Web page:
Review: Forged by Erin Bowman

Forged by Erin Bowman is a YA dystopian fiction novel, and the third and final book of the Taken trilogy. The series’ plot is similar to many dystopian YA novels in that it is set in a ruined – and divided – America. The main protagonist learns that his whole life has been a lie, part of a social experiment conducted by a power-hungry dictator. Naturally, he sets out on a mission to make this right/get revenge.

I enjoyed this series way more than I anticipated. The first book wasn’t anything special, but the second grabbed my attention, and the third sealed it in stone. Unlike the previous novels, Forged succeeded in making me cry. Granted, it took 2.8 books to accomplish, but still. Making me feel emotions – especially teary emotions – is a sign of a good book.

This whole series is a giant mind f**k. It makes you question everything you read. Every death, every make-up, every moment between characters. It really was the inception of the Forgery that made this series great for me. I couldn’t trust what I was reading – not myself or my theories. That made me think. I love when books make me think.

Forged also did a great job at tying up all the loose ends. Random stories from other books were seamlessly tied off, leaving no leftover “yeah, okay, and then what?”s. I hate those. Unless there is another book coming, I fully expect ever end to be tied and fused.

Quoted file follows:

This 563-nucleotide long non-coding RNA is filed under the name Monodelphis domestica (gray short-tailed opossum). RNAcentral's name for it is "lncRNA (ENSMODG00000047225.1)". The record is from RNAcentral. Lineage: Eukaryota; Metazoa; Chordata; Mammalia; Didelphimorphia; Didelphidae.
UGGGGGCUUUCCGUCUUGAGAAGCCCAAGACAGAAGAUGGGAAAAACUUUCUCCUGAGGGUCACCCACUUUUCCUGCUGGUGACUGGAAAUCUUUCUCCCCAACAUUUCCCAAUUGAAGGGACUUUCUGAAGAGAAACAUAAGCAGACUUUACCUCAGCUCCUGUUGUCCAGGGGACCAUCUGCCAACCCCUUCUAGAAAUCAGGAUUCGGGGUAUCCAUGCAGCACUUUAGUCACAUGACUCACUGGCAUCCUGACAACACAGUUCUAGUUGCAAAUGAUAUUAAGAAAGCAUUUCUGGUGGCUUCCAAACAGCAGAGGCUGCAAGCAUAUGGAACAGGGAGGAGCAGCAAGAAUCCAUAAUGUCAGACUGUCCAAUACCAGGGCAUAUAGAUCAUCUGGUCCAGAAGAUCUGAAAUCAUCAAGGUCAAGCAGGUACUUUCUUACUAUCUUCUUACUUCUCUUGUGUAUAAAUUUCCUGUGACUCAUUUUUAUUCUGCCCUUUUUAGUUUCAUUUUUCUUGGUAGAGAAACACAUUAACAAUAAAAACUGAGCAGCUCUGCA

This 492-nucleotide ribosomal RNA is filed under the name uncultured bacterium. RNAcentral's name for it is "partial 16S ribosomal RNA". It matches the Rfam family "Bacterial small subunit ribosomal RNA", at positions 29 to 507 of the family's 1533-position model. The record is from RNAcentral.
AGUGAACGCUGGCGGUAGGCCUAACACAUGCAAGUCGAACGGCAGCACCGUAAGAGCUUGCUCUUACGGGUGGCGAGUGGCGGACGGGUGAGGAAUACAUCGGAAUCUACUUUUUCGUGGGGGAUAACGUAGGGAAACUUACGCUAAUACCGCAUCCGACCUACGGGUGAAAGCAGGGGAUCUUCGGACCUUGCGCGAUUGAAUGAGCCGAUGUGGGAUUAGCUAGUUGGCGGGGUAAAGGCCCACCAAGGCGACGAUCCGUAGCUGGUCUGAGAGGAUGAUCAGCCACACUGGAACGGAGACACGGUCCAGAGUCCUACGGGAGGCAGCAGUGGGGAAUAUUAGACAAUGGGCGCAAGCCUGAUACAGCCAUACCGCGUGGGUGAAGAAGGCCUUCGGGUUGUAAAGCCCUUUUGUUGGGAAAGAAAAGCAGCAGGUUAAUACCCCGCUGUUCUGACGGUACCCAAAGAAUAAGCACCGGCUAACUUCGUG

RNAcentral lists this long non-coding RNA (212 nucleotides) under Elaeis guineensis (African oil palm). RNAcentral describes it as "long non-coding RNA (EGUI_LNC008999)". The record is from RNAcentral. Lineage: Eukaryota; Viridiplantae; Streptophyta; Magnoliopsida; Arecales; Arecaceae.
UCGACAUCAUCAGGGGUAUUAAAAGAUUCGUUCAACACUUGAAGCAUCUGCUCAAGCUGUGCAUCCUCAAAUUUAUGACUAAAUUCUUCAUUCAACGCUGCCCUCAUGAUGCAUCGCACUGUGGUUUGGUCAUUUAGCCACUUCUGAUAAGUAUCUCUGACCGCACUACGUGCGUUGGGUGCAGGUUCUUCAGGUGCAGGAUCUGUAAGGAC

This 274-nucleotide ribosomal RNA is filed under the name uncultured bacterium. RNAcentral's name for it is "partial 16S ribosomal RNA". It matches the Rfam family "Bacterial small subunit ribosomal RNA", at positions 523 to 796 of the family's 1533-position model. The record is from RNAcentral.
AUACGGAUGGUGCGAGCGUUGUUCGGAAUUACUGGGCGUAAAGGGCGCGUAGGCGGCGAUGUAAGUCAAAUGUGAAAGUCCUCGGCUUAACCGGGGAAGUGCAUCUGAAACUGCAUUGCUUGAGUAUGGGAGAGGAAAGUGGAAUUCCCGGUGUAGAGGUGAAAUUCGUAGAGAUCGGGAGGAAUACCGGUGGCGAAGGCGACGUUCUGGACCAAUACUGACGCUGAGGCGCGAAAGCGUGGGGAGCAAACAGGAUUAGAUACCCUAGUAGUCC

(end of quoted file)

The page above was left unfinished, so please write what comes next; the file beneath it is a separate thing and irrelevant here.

I adored the romantic element in the books, too. Sometimes I find that YA doesn’t have enough of the romance I love (this is why I have started to read more NA), but this trilogy had just enough to appease me. I was able to enjoy the story without being annoyed at the lack of mushiness. I like rom-coms and romances, so sue me. Bree and Gray were wonderful. Not co-dependant or pathetic, they were both strong individuals who decided they wanted to be strong together. And they knew this, which made all the difference. Their big moment near the end was perfect, showing that their bond was so much more than physical.

My only issue with the book was the ending. Not the ending, ending, but the final couple pages. I sort of wish there was a teeeeny bit more emotion involved. That, and I still hate Emma. I hated her from book one and I hated her until the end. Don’t care. Hated her. She was dull and inconsistent and just plain underdeveloped. Whatever. Not a huge deal.

I also want to take two seconds to mention the weird bird-symbolism throughout the books. They represent love, obviously, in both of Gray’s relationships. I really hate birds. Couldn’t there have been some cat symbolism instead? Sigh.

Overall rating: 8.5/10.

I will definitely be rereading this series. Maybe not for another few years, but I will get around to it. Unlike so many YA, this series started off meh, and only got stronger.



Please log in using one of these methods to post your comment: Logo

You are commenting using your account. Log Out /  Change )

Google+ photo

You are commenting using your Google+ account. Log Out /  Change )

Twitter picture

You are commenting using your Twitter account. Log Out /  Change )

Facebook photo

You are commenting using your Facebook account. Log Out /  Change )


Connecting to %s